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Ship Island, MS  Lighthouse accessible by ferry.Lighthouse destroyed.   

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Ship Island Lighthouse

With the only deep-water harbor between Mobile Bay and the Mississippi River, Ship Island was used by early explorers as a base for further explorations along the Gulf Coast. The fact that large vessels could find anchorage there led to its name – Isle des Vasseaux or Ship Island.

1853 Ship Island Lighthouse
Photograph courtesy U.S. Coast Guard
Even with its fine harbor, it was still several years after the United States gained control of the region that a lighthouse was finally proposed for the island. Part of Jefferson Davis’ platform during his successful campaign for the U.S. House of Representatives in 1844 was the establishment of lighthouses and fortifications along Mississippi’s coastline. In 1847, Davis was appointed to the U.S. Senate, and the following year $12,000 was allocated for a lighthouse at Ship Island.

Although funds were available in 1848, a Spanish land grant on Ship Island delayed the start of construction on the lighthouse until 1853. A forty-five-foot brick tower was completed by November of that year, and it was lit for the first time on Christmas Day by Keeper Edward Havens. The lantern room originally housed a set of eleven lamps and reflectors, but was upgraded to a fourth-order Fresnel lens in 1856. Havens served as keeper until his accidental death eighteen months later. Mary Havens succeeded her husband as keeper and served until her death sixteen months later.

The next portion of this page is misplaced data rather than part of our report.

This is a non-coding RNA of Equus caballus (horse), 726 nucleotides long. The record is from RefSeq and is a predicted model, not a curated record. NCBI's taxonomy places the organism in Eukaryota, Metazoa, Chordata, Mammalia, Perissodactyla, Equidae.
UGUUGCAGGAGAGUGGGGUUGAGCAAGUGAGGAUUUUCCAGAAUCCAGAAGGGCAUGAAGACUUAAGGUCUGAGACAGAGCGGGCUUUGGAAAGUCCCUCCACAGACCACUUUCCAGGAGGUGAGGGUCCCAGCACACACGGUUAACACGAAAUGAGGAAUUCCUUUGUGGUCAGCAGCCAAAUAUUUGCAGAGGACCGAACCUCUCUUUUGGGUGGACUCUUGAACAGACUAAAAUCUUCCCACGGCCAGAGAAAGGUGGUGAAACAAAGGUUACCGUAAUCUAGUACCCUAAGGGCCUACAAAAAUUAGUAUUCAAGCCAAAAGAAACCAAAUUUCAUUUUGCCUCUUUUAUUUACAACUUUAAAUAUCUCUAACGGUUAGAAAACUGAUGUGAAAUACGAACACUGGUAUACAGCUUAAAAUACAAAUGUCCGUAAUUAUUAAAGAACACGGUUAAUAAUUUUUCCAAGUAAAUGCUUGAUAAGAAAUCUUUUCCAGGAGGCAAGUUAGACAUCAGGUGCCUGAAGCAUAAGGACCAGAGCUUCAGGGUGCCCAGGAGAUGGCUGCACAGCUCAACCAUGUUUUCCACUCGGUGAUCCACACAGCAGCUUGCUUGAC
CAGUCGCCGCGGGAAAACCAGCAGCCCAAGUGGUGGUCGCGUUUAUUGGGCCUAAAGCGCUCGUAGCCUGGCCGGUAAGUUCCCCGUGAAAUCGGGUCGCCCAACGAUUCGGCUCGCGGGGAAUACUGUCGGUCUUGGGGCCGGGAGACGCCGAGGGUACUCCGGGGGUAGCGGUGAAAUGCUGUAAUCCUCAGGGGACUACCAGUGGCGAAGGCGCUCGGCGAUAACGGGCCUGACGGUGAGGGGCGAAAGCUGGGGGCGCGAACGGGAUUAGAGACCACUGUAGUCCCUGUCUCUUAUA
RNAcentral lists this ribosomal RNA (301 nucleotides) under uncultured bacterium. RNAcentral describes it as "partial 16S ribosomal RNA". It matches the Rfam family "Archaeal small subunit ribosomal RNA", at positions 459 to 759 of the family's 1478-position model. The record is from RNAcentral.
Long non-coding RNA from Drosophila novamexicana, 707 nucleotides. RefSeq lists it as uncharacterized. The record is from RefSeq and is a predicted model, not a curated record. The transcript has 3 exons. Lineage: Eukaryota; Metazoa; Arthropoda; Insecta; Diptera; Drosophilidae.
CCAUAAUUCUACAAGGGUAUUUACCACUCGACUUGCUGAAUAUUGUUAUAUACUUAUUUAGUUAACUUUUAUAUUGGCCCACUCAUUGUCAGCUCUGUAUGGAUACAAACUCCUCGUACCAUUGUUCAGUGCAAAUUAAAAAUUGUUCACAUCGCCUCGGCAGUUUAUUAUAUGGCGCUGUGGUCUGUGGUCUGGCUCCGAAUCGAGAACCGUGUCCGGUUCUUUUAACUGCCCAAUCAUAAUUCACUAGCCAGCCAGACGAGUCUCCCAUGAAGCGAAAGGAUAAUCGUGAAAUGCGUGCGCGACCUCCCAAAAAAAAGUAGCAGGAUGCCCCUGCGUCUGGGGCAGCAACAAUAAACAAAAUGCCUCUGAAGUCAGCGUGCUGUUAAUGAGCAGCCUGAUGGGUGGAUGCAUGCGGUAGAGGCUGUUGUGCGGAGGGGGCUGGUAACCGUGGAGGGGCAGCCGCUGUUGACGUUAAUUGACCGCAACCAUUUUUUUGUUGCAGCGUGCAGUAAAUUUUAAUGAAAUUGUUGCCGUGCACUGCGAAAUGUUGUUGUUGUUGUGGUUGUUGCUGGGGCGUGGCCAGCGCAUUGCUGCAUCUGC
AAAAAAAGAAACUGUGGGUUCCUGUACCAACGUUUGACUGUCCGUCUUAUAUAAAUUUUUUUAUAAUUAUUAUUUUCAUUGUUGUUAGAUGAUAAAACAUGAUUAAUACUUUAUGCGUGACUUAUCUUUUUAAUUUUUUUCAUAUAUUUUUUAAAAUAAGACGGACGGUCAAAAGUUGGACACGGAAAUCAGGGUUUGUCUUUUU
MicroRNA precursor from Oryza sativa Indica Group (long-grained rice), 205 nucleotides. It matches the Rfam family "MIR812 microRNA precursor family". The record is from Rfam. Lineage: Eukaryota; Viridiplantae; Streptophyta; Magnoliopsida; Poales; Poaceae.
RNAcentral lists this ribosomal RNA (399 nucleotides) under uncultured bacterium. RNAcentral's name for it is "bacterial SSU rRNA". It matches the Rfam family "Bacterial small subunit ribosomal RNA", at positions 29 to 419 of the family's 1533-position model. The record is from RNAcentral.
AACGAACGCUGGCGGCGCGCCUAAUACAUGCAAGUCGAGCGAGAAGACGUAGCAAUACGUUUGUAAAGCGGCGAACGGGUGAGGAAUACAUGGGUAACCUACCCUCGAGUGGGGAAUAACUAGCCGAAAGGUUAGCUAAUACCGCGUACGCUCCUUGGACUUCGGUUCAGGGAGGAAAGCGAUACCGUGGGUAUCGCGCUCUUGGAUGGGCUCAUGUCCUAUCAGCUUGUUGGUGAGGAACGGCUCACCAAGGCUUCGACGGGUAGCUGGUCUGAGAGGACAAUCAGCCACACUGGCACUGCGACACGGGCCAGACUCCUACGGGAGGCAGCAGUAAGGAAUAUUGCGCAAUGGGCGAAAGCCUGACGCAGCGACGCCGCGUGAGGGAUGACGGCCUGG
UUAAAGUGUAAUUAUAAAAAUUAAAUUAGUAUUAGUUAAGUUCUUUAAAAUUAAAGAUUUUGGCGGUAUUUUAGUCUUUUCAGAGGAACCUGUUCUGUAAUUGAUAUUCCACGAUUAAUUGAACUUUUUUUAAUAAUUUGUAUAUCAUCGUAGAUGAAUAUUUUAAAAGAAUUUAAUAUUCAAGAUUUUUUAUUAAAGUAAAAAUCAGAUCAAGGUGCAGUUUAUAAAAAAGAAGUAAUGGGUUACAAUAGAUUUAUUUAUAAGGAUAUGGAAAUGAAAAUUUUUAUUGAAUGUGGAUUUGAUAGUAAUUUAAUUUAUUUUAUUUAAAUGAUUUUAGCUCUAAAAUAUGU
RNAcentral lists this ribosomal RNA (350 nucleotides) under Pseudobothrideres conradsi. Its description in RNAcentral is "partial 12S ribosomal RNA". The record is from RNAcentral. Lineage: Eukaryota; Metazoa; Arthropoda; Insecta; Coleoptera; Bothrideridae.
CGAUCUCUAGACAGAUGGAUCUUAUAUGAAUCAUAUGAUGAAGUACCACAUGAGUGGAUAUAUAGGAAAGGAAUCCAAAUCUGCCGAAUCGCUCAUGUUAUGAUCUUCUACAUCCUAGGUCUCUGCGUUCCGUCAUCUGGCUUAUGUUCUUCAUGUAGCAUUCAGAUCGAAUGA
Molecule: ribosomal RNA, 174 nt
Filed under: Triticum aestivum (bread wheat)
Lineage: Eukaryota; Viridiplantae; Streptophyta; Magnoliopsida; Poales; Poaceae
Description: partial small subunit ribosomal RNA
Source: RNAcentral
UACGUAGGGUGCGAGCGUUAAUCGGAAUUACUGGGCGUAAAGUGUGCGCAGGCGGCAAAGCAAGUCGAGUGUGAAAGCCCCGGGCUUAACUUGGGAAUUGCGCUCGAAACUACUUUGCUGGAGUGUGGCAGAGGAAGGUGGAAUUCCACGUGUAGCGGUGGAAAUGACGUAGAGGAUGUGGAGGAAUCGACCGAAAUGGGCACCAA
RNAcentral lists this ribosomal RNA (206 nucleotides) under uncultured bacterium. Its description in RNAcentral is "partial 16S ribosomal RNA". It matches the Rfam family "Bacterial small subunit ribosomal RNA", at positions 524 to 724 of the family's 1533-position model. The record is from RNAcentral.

After Jefferson Davis was appointed Secretary of War in 1853, he succeeded at convincing Congress and President Pierce to build a fort on Ship Island. Construction began in 1859, but due to storms and an outbreak of yellow fever, only eight feet of the outer walls were completed in two years of work. On January 13, 1861, four days after Mississippi seceded from the United States, the incomplete fort was taken over by Confederate forces, who built up the fort with timbers and sand bags.

In July 1861, Union forces aboard the USS Massachusetts approached the island. A brief exchange of cannon fire ensued, until the Massachusetts retreated. The Confederates declared the skirmish a victory, but by September of that year, they had left the island. The Fresnel lens was removed from the tower, boxed up, and taken away with them. The last remaining Confederate soldiers on the island packed the base of the tower with flammable material and set it ablaze.